“Would have liked some watering history or graph, so that I can correct/adjust the watering.”
“I would like a growing diary on each plant with pictures we can add notes to.”
“A big downside is all the pop up ads. I would consider paying for a "full" version without ads if available depending on price and additional features.”
“I would like a photo album to document progress.”
Based on this information, we knew that we needed an app that could:
ALL without annoying pop-up ads that would distract from the user experience. We had quite the road ahead of us, but a clear vision for what our MVP would look like.
Once we knew what our MVP was going to look like, the next step was getting screens designed and translated into code.
We used Sketch to create screen designs and brand elements, including Vera’s logo and mark. From a brand perspective, we wanted Vera’s modern look to serve as a differentiator from the other plant care apps on the market. Instead of going for the stereotypical green primary color, we used blush tones to help us stand out. The team always knew the UX/UI was going to be what set us apart from our competition, which is why our we took bold approaches to showcase this aspect from the get-go.
The core of the Vera app was created using React Native, Expo and Firebase. Crema is mostly a React shop, so jumping over to using React Native framework came naturally. We used Expo to help build and deploy our app for both iOS and Android devices. Firebase has been an incredibly valuable tool in terms of scaling and managing user data. Our goal was to build an application that would have the same performance with 10 or 10,000 users.
The fact that our app is on the Google Play store has given us a competitive advantage in this space, since a lot of the more popular plant apps are only on the Apple store.
One of the smartest moves we made was bringing on a Test Engineer to file bug reports and help brainstorm solutions to common problems our users were facing. We wanted to make sure the quality of product was up to Crema standard, and having Ashley on board gave us an outside perspective.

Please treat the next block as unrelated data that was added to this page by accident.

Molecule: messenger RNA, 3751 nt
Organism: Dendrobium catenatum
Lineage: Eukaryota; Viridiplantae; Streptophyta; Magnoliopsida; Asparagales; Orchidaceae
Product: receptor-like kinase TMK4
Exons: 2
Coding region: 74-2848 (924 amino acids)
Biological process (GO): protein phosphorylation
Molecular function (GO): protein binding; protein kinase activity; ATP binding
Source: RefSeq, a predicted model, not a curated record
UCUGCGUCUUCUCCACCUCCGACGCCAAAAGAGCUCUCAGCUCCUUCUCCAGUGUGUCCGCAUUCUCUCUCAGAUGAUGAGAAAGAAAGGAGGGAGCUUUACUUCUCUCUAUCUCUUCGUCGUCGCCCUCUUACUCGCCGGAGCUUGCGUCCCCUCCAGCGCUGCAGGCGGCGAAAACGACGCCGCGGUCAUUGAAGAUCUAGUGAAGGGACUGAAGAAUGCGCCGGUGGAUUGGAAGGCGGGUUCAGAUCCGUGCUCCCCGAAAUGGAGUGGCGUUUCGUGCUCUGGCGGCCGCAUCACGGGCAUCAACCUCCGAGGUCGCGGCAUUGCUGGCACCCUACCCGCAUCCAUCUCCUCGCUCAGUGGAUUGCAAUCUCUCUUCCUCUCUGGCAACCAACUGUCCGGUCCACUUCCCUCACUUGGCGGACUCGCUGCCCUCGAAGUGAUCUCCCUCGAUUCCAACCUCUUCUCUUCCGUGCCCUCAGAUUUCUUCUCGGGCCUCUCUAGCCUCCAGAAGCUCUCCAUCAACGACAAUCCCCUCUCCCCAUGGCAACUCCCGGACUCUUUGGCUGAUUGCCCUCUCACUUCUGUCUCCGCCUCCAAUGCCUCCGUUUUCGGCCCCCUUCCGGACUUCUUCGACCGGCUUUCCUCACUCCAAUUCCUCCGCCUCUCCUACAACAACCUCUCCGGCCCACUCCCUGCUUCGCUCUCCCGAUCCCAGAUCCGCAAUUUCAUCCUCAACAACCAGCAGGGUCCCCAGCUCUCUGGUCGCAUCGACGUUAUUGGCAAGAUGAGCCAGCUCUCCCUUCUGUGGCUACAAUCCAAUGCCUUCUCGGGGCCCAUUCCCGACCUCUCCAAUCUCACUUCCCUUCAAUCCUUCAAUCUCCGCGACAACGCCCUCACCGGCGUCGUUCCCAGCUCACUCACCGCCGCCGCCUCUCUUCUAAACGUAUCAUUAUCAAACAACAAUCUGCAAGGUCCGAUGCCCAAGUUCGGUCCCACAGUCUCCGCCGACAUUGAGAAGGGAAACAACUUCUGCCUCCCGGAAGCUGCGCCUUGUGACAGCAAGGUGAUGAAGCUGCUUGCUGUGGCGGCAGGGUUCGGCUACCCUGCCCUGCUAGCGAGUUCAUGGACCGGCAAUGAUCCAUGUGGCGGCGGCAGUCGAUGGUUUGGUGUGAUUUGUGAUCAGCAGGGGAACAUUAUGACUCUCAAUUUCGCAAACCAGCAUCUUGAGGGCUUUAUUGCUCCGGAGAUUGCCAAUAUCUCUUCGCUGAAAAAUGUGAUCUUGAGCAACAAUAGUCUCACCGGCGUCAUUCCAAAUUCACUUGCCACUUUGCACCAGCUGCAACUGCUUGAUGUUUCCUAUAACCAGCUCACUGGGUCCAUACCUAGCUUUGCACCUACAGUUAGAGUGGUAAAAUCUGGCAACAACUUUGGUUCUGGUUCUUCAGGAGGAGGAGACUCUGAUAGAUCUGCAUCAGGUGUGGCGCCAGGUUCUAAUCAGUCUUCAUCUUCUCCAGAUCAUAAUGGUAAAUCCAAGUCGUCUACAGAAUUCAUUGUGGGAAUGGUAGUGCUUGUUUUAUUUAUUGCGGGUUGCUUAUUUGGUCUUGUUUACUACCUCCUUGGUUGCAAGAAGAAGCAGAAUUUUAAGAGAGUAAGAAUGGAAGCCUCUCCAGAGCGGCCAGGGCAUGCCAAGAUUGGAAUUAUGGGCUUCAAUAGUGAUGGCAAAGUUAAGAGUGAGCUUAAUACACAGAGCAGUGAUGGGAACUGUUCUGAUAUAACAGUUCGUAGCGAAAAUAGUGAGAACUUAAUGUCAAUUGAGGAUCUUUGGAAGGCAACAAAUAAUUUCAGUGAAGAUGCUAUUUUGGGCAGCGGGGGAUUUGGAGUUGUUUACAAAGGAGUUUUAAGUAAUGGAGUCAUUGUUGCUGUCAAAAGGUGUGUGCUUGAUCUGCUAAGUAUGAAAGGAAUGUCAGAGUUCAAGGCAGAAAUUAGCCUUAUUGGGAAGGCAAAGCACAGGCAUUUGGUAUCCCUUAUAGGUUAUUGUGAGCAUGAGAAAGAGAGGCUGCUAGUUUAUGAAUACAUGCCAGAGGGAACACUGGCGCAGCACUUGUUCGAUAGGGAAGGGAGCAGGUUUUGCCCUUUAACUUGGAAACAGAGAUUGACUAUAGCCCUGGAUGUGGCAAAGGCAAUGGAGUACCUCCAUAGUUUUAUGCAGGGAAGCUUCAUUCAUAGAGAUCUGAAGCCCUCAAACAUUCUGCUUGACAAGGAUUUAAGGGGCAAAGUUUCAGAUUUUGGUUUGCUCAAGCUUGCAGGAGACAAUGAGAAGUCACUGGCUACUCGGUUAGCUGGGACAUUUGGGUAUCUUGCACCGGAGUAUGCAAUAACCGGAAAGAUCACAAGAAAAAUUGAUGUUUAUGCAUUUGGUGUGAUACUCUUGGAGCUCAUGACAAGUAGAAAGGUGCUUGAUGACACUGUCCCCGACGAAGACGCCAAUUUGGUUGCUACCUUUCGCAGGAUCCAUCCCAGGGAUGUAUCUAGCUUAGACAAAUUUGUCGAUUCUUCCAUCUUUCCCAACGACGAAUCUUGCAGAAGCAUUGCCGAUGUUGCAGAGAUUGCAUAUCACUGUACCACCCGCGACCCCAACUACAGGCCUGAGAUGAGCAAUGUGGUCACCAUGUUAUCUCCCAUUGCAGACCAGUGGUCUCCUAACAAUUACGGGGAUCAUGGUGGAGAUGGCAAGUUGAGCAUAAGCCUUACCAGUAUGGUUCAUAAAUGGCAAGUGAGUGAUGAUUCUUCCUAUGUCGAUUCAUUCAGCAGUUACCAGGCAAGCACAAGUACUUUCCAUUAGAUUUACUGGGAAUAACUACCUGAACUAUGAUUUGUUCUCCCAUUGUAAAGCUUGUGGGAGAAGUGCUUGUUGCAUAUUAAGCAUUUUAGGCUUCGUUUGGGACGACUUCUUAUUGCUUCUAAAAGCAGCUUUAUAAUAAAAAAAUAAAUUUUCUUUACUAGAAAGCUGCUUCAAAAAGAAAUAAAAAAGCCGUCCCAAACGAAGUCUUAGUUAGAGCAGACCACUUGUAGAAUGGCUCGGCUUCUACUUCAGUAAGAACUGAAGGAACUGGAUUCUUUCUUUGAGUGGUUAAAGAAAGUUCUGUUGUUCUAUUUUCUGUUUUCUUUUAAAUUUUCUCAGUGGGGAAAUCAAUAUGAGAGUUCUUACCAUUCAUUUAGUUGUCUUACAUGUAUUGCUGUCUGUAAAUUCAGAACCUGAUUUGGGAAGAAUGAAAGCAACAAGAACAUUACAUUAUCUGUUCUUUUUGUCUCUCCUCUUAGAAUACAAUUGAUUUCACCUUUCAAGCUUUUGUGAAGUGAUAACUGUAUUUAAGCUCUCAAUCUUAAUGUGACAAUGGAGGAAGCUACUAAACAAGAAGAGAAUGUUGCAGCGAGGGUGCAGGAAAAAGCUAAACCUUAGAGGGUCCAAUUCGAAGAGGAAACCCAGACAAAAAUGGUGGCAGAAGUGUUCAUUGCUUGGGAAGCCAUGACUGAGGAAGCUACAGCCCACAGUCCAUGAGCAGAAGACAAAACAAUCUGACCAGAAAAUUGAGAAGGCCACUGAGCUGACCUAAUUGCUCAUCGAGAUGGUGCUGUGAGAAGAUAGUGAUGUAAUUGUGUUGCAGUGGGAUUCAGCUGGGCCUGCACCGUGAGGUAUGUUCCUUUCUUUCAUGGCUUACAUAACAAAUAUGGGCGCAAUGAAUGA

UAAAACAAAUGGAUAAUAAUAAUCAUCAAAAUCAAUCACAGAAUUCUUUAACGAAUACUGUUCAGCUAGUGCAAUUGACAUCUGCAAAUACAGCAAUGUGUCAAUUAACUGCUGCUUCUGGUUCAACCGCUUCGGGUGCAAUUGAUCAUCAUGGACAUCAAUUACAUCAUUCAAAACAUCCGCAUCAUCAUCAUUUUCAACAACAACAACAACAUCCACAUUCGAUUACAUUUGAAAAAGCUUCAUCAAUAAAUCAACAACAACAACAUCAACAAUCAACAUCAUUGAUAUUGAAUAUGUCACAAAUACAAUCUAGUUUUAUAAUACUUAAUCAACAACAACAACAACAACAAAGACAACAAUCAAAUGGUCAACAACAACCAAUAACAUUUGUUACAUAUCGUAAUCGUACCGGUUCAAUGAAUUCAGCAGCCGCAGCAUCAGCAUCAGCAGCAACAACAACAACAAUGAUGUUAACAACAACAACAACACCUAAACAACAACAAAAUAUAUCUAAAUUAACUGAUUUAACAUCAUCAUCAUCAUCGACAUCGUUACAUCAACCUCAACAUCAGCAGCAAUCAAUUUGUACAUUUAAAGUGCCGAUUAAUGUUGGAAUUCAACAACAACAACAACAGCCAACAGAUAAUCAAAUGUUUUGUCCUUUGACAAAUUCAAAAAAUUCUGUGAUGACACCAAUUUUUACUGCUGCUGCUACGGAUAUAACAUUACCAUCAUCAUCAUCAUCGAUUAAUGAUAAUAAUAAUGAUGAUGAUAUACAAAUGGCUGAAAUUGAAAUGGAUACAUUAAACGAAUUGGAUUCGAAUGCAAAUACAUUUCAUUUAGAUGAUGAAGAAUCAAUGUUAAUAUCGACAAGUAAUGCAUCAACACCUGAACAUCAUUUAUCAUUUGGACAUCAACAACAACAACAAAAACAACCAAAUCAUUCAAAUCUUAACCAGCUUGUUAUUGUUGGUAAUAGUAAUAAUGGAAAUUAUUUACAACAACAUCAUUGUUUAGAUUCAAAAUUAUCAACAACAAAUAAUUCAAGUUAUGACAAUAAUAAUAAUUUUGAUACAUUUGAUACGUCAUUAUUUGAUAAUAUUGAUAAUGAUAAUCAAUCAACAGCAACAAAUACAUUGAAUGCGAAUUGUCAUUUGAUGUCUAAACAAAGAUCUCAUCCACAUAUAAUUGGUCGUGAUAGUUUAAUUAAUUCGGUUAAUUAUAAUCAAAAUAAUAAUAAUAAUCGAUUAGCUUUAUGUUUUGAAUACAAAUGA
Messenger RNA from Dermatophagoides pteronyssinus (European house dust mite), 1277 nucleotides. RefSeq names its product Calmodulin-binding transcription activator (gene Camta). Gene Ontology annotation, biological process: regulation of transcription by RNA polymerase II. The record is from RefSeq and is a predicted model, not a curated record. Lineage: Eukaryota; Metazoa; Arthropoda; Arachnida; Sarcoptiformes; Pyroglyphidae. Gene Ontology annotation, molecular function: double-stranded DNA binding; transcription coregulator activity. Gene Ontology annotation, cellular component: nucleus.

Ashley’s first goal was to test the app throughly from front to back and scour for bugs. These tests were manual and involved her interacting with one of our test devices as a Vera user would.
Ashley then tested the upcoming features to ensure a solid release. One of the main challenges she ran up against was limited time to test. To help with this challenge, she created a test list that focused on the core functionality important to Vera’s users. That way, she could make sure the next release was ready to go even with limited time. This also allowed for other teammates to test for the release as well.
While our plant was in Test Flight, we were able to get user feedback and iterate from there. We also conducted a few user interviews to help us gauge what functionality the app would need to incentivize users to pay for a Premium version.
On top of scouring our reviews and site form submission for feature suggestions, we also added a pop-up in the app that would ask users whether they would like to send feedback to the Vera team. This pop-up prompted dozens of people to email us with feedback. Based on what we were hearing, users really wanted:
Using these key components, we’ve created a Premium launch strategy that will address user requests, keep our app ad-free, and ensure funding for future iterations of Vera.
With our Premium release on the horizon for April, the Vera team is excited to turn happy users into a revenue model that can support the app for months to come. If you’re interested in downloading Vera, it’s available on both the Google Play Store and Apple Store. To learn more about the app, visit our website or follow us on Instagram!